How to create a Samba share

Samba allows for Windows and other clients to connect to file share directories on Linux hosts. It implements the server message block (SMB) protocol. This guide covers creating a shared file location on a Fedora machine that can be accessed by other computers on the local network.

Install and enable Samba

The following commands install Samba and set it to run via systemctl. This also sets the firewall to allow access to Samba from other computers.

sudo dnf install samba
sudo systemctl enable smb --now
firewall-cmd --get-active-zones
sudo firewall-cmd --permanent --zone=FedoraWorkstation --add-service=samba
sudo firewall-cmd --reload

Sharing a directory inside /home

In this example you will share a directory inside your home directory, accessible only by your user.

Samba does not use the operating system users for authentication, so your user account must be duplicated in Samba. So if your account is jane on the host, the user jane must also be added to Samba. While the usernames must match, the passwords can be different.

Create a user called jane in Samba:

sudo smbpasswd -a jane

Create a directory to be the share for jane, and set the correct SELinux context:

mkdir /home/jane/share
sudo semanage fcontext --add --type "samba_share_t" ~/share
sudo restorecon -R ~/share

Samba configuration lives in the /etc/samba/smb.conf file. Adding the following section at the end of the file will instruct Samba to set up a share for jane called "share" at the /home/jane/share directory just created.

[share]
        comment = My Share
        path = /home/jane/share
        writeable = yes
        browseable = yes
        public = yes
        create mask = 0644
        directory mask = 0755
        write list = user

Restart Samba for the changes to take effect:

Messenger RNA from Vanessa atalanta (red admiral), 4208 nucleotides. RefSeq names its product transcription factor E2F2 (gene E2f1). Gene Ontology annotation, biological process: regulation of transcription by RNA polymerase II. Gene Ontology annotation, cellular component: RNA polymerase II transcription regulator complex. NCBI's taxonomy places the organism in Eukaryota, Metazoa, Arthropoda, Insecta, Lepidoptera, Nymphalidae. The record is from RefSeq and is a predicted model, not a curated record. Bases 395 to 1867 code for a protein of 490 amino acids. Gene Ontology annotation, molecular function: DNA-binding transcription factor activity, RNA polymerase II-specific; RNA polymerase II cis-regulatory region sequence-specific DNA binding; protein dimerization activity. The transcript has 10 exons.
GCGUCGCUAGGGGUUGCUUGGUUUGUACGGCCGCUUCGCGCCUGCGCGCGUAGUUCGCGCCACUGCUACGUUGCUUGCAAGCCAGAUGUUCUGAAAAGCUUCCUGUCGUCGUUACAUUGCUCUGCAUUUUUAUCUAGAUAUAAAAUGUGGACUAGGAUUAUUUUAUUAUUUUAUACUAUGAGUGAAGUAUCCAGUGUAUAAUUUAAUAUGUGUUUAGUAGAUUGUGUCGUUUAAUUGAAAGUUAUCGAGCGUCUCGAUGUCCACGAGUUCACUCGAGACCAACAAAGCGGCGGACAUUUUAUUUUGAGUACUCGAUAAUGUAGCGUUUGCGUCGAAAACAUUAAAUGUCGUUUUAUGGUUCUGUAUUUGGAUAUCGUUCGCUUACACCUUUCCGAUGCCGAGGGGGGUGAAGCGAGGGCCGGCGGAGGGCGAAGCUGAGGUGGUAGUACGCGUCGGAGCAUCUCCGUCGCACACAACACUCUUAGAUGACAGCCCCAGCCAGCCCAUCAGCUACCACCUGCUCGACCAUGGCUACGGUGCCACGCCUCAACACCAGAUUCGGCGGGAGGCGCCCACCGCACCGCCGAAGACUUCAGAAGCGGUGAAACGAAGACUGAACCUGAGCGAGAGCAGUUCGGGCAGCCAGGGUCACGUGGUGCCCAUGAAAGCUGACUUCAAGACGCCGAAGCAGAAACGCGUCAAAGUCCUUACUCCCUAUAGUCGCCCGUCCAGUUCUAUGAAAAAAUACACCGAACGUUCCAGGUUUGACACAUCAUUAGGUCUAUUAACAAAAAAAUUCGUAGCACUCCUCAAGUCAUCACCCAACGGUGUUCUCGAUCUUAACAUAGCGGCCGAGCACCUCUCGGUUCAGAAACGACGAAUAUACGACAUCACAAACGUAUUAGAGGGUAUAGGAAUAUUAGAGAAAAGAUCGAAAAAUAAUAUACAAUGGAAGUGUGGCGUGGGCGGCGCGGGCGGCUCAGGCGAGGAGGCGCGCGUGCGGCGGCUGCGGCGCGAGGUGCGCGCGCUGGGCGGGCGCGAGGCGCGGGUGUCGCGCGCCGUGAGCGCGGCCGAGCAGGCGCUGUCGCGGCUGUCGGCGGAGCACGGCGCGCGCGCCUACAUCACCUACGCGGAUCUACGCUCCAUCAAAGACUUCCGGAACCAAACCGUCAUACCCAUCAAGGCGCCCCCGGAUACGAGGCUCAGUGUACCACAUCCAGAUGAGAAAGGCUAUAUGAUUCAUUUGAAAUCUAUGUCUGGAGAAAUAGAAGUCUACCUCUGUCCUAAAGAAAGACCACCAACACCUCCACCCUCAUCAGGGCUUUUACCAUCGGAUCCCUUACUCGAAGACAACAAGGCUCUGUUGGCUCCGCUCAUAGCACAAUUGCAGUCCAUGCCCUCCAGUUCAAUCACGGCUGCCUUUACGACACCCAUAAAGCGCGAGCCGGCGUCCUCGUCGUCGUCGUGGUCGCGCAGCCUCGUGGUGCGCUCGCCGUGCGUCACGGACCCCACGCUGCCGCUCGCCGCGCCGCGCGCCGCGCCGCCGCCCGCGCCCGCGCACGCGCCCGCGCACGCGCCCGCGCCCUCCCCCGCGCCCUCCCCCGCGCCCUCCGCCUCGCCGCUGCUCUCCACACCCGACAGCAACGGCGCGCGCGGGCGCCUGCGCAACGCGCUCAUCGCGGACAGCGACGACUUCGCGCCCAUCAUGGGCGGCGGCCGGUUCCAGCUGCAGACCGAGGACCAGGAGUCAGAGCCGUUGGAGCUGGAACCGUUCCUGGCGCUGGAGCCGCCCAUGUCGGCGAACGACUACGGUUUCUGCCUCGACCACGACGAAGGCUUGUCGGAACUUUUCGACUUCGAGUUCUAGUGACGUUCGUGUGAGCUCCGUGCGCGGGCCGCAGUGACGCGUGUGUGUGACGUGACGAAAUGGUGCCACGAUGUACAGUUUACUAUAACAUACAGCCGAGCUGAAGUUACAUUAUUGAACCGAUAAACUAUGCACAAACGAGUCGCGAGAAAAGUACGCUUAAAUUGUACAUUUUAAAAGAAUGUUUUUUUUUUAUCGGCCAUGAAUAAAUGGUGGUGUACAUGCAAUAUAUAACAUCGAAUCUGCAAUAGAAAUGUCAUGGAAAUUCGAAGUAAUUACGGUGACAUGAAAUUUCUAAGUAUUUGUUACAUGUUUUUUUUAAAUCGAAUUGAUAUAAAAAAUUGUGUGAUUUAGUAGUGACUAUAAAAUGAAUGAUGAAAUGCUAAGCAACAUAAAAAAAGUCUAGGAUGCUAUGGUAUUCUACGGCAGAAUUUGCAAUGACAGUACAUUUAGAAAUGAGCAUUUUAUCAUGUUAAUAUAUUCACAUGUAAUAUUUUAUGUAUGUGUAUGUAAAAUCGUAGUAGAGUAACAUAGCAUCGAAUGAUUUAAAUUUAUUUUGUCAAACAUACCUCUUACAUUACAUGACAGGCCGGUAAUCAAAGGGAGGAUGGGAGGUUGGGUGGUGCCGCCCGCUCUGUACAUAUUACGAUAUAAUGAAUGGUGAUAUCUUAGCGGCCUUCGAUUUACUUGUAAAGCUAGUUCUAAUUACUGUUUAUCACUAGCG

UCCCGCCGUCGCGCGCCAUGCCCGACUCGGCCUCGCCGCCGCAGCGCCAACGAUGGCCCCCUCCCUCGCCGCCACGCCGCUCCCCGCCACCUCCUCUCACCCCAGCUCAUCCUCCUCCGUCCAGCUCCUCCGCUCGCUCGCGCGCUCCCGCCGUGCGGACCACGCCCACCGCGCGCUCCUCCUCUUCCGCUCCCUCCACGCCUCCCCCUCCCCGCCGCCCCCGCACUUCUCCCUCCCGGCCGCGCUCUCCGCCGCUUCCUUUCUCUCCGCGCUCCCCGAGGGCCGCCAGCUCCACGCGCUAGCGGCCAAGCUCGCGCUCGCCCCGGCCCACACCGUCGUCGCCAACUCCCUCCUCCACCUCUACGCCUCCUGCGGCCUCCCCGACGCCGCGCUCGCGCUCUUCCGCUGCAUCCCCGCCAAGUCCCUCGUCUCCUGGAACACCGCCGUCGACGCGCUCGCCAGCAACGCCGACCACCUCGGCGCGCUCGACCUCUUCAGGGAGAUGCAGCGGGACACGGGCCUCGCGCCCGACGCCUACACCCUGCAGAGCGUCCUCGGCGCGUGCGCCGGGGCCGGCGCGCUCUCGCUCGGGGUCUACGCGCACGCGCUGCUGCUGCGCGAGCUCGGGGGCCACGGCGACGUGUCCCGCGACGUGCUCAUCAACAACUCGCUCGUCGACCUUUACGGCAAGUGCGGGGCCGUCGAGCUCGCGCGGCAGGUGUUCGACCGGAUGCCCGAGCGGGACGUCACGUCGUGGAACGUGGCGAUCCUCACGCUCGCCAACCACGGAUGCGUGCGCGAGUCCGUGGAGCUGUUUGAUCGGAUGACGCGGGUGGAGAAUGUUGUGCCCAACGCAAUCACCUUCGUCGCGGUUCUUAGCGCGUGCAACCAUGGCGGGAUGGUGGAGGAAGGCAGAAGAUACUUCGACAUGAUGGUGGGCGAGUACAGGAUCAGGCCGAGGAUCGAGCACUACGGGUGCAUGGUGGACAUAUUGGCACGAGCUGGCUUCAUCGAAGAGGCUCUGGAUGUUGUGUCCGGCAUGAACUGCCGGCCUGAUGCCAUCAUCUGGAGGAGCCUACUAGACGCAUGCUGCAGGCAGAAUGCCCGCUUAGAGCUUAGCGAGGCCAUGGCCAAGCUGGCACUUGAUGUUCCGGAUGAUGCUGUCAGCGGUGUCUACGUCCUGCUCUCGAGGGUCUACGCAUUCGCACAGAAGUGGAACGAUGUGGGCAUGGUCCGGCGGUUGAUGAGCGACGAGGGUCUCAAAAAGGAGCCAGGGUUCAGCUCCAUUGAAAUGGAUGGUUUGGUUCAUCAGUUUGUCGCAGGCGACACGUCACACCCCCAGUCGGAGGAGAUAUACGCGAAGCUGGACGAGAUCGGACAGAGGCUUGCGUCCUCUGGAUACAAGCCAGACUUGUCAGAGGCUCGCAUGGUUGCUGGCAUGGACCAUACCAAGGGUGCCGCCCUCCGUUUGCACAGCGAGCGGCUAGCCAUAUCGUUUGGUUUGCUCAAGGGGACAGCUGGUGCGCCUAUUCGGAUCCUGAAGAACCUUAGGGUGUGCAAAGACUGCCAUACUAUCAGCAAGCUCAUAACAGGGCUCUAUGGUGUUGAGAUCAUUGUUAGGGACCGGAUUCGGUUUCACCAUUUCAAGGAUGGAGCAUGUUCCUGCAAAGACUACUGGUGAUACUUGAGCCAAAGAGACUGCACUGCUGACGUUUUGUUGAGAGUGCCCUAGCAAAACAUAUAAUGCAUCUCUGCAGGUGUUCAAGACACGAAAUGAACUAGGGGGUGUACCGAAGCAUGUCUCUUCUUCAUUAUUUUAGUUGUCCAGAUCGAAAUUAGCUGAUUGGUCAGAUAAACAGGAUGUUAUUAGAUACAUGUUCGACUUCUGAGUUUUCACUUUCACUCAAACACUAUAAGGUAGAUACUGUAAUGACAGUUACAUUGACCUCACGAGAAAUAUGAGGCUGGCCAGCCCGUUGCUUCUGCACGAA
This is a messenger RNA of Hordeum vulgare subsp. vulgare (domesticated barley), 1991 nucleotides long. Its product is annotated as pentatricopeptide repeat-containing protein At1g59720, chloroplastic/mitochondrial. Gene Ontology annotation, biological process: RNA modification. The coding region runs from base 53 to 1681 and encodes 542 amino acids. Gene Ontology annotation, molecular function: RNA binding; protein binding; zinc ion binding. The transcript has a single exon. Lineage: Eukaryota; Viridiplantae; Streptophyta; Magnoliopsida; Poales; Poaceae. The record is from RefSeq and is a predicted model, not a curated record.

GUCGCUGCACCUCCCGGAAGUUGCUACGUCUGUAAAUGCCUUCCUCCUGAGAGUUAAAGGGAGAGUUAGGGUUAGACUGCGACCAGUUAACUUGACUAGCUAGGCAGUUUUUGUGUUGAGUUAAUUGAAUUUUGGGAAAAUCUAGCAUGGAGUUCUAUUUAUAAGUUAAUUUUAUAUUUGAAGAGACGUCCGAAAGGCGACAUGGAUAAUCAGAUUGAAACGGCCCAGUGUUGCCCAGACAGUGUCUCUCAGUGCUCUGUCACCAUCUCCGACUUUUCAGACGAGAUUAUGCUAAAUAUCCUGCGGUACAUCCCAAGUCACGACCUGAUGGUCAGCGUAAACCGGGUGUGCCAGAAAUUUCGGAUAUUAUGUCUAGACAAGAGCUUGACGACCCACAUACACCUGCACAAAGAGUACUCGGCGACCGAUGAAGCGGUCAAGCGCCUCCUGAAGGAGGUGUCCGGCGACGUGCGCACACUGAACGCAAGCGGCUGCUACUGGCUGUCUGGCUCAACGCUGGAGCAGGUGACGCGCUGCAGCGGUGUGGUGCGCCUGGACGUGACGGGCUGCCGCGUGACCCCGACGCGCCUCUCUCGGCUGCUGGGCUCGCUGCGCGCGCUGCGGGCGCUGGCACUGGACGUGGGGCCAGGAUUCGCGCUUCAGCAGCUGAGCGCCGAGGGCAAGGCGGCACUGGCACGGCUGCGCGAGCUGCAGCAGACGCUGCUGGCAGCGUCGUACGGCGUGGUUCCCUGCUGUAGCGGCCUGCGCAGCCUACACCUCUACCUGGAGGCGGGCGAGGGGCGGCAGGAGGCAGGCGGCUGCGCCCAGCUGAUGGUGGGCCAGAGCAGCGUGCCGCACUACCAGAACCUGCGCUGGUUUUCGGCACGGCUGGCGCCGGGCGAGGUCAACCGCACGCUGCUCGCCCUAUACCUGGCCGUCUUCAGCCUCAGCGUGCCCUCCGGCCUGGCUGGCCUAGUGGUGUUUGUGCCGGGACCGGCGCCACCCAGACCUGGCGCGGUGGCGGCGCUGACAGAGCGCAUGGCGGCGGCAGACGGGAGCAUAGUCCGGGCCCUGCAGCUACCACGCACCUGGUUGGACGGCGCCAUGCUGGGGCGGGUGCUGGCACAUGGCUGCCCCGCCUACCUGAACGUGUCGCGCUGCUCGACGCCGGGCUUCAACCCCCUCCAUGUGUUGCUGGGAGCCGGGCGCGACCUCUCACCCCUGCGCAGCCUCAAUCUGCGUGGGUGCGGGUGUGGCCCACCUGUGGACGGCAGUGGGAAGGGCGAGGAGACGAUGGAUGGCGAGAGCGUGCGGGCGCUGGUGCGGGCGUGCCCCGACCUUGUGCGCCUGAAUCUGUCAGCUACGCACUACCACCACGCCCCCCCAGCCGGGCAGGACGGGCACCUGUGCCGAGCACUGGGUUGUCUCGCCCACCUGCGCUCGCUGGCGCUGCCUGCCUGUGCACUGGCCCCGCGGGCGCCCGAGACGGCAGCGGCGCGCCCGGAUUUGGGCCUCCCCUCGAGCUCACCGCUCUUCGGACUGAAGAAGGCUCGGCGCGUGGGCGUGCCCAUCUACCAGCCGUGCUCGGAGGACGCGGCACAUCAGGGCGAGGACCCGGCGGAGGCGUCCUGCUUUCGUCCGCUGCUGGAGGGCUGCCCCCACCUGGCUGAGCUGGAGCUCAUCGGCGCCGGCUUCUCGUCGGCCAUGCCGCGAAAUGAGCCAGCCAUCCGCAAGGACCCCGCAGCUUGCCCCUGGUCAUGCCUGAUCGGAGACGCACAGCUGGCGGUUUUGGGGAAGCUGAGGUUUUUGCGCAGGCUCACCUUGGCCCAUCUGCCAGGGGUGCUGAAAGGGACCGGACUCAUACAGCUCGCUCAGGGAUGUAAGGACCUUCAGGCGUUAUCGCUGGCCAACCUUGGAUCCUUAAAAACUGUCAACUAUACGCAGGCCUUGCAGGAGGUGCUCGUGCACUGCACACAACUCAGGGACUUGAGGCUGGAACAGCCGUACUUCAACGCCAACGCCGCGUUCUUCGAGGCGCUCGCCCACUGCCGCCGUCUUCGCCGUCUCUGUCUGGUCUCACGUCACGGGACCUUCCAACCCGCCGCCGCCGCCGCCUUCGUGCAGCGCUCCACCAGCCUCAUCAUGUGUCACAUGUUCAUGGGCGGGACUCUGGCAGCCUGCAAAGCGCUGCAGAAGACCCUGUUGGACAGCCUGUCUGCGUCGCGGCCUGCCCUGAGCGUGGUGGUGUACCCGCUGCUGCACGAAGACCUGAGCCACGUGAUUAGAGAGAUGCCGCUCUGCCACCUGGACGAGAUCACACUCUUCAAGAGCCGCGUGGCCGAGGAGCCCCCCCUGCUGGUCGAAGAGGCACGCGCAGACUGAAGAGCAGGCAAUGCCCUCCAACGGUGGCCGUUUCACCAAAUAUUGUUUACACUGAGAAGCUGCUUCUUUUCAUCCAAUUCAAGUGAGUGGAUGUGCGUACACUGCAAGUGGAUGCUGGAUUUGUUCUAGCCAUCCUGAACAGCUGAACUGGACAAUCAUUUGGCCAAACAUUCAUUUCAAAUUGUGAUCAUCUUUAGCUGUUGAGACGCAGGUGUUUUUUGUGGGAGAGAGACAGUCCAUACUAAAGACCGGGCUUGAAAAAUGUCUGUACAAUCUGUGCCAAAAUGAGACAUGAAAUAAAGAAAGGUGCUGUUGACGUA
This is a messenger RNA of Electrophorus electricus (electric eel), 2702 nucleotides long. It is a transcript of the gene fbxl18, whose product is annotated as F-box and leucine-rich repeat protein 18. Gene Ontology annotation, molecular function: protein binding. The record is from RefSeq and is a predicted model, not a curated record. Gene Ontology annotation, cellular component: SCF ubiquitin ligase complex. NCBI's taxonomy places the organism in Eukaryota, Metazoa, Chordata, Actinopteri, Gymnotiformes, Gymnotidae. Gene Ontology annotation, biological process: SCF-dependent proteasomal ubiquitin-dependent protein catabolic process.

sudo systemctl restart smb

Sharing a directory for many users

In this example, you will share a directory (outside your home directory) and create a group of users with the ability to read and write to the share.

Remember that a Samba user must also be a system user, in order to respect filesystem permissions. This example creates a system group myfamily for two new users jack and maria.

sudo groupadd myfamily
sudo useradd  -G myfamily jack
sudo useradd  -G myfamily maria

You could create these users without a system password. This would prevent access to the system via SSH or local login.

Add jack and maria to Samba and create their passwords:

sudo smbpasswd -a jack
sudo smbpasswd -a maria

Setting up the shared folder:

sudo mkdir /home/share
sudo chgrp myfamily /home/share
sudo chmod 770 /home/share
sudo semanage fcontext --add --type "samba_share_t" /home/share
sudo restorecon -R /home/share

Each share is described by its own section in the /etc/samba/smb.conf file. Add this section to the bottom of the file:

[family]
        comment = Family Share
        path = /home/share
        writeable = yes
        browseable = yes
        public = yes
        valid users = @myfamily
        create mask = 0660
        directory mask = 0770
        force group = +myfamily

Explanation of the above:

  • valid users: only users of the group family have access rights. The @ denotes a group name.

  • force group = +myfamily: files and directories are created with this group, instead of the user group.

  • create mask = 0660: files in the share are created with permissions to allow all group users to read and write files created by other users.

  • directory mask = 0770: as before, but for directories.

Restart Samba for the changes to take effect: